Burstow: Public will need convincing on Dilnot reforms

The government has called on the social care sector to help win over a "lukewarm" public on care funding reform, amid growing jitters over how next week's Dilnot commission report will be received.

wpid-burstow-paul-top-slot-2.gif

The government has called on the social care sector to help win over a “lukewarm” public on care funding reform, amid growing jitters over how next week’s Dilnot commission report will be received.

Many people wrongly assume adult social care is free at the point of use like the NHS because most have little direct contact with the sector, care services minister Paul Burstow warned today at a King’s Fund event on social care reform.

He acknowledged the public would be at best “lukewarm” in their reaction to the Dilnot prescription that “all but the poorest will have to pay” for social care, and said he feared “a lot of people might be misled into thinking they are going to have to pay more” by inaccurate newspaper reporting.

Burstow referred to yesterday’s survey by housing and care provider Anchor, which found that 44% of Britons believed the state should fund all their care costs.

Calling on the sector to help combat “unhelpful” reports, he said: “Those of us who seek reform must be united in a common purpose because we must make sure people don’t look at Dilnot’s plans through rose-tinted glasses, comparing his plans with a fantasy, a fantasy of free care, because it does not exist.”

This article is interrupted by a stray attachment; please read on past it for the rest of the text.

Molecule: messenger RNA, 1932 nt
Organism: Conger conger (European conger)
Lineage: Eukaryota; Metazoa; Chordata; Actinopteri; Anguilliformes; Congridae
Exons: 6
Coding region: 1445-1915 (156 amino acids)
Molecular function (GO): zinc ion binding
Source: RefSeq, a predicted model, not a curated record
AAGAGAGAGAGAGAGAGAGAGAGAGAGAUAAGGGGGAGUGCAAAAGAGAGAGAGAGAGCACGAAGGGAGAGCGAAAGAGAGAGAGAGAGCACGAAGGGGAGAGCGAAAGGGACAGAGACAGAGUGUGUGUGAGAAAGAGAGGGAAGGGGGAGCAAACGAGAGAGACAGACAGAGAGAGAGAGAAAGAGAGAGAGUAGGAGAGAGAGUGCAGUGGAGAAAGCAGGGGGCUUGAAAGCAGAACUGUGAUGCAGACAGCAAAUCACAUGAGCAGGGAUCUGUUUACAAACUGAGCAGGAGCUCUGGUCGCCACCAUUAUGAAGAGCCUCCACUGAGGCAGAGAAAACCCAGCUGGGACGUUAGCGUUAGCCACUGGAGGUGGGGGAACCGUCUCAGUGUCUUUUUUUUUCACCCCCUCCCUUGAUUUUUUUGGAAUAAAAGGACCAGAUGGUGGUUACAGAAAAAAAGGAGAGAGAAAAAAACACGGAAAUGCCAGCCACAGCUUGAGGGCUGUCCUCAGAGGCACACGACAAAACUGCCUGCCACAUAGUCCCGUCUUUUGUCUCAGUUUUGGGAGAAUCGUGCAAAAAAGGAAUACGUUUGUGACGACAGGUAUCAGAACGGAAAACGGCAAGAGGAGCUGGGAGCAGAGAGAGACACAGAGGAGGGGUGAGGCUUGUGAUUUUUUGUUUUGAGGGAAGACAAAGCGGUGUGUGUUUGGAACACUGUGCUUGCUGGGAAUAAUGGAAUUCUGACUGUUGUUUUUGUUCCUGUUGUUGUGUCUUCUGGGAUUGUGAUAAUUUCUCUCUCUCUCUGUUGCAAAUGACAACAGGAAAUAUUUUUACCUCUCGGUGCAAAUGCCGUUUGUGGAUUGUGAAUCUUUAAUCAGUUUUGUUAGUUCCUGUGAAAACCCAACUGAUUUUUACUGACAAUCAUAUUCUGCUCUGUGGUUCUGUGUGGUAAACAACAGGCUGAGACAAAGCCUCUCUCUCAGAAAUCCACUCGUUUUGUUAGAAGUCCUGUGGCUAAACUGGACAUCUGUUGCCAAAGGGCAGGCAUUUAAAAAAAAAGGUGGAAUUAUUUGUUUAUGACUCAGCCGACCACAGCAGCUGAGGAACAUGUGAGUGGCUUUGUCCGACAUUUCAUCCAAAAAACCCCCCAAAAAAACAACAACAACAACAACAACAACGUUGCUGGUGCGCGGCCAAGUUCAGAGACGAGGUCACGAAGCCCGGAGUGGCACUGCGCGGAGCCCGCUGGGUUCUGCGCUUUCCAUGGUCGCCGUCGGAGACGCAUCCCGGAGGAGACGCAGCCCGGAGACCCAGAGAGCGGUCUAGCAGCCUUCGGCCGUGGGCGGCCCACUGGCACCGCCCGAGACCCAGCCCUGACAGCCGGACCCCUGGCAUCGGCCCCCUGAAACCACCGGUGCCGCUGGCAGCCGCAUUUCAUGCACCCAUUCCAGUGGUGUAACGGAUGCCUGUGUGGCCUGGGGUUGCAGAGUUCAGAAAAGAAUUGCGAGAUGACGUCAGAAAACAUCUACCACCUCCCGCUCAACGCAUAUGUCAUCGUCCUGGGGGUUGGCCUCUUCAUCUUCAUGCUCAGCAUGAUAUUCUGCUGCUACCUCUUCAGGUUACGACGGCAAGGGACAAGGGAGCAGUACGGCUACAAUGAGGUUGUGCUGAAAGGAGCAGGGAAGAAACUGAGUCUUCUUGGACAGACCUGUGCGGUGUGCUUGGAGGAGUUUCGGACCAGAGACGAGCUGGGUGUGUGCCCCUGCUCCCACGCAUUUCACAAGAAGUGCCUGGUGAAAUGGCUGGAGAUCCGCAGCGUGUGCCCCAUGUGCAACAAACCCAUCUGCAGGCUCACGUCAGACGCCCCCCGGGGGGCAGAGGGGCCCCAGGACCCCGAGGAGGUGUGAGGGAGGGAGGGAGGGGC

The year-long Dilnot commission, which will report on 4 July, is expected to propose that individuals should be responsible for up to £50,000 in care costs with the state paying anything over that amount.

Burstow said the government was still committed to publishing a White Paper on social care reform this year, which will be followed by legislation next year.

But it is thought that ministers are considering conducting a listening exercise or period of engagement with stakeholders after the Dilnot report is published, along similar lines to the “listening exercise” over its NHS reforms.

“If funding reform is to be secured during this parliament it will require give and take,” Burstow said today. “It will demand recognition of the times in which we are working and perhaps that the [public sector spending] deficit casts a long shadow.”

What do you think?Join the debate on CareSpace

Keep up to date with the latest developments in social care. Sign up to our daily and weekly emails

Related stories

Dilnot care funding reforms ‘to face hostile public reaction’

Full coverage of the Dilnot Commission

More from Community Care

Comments are closed.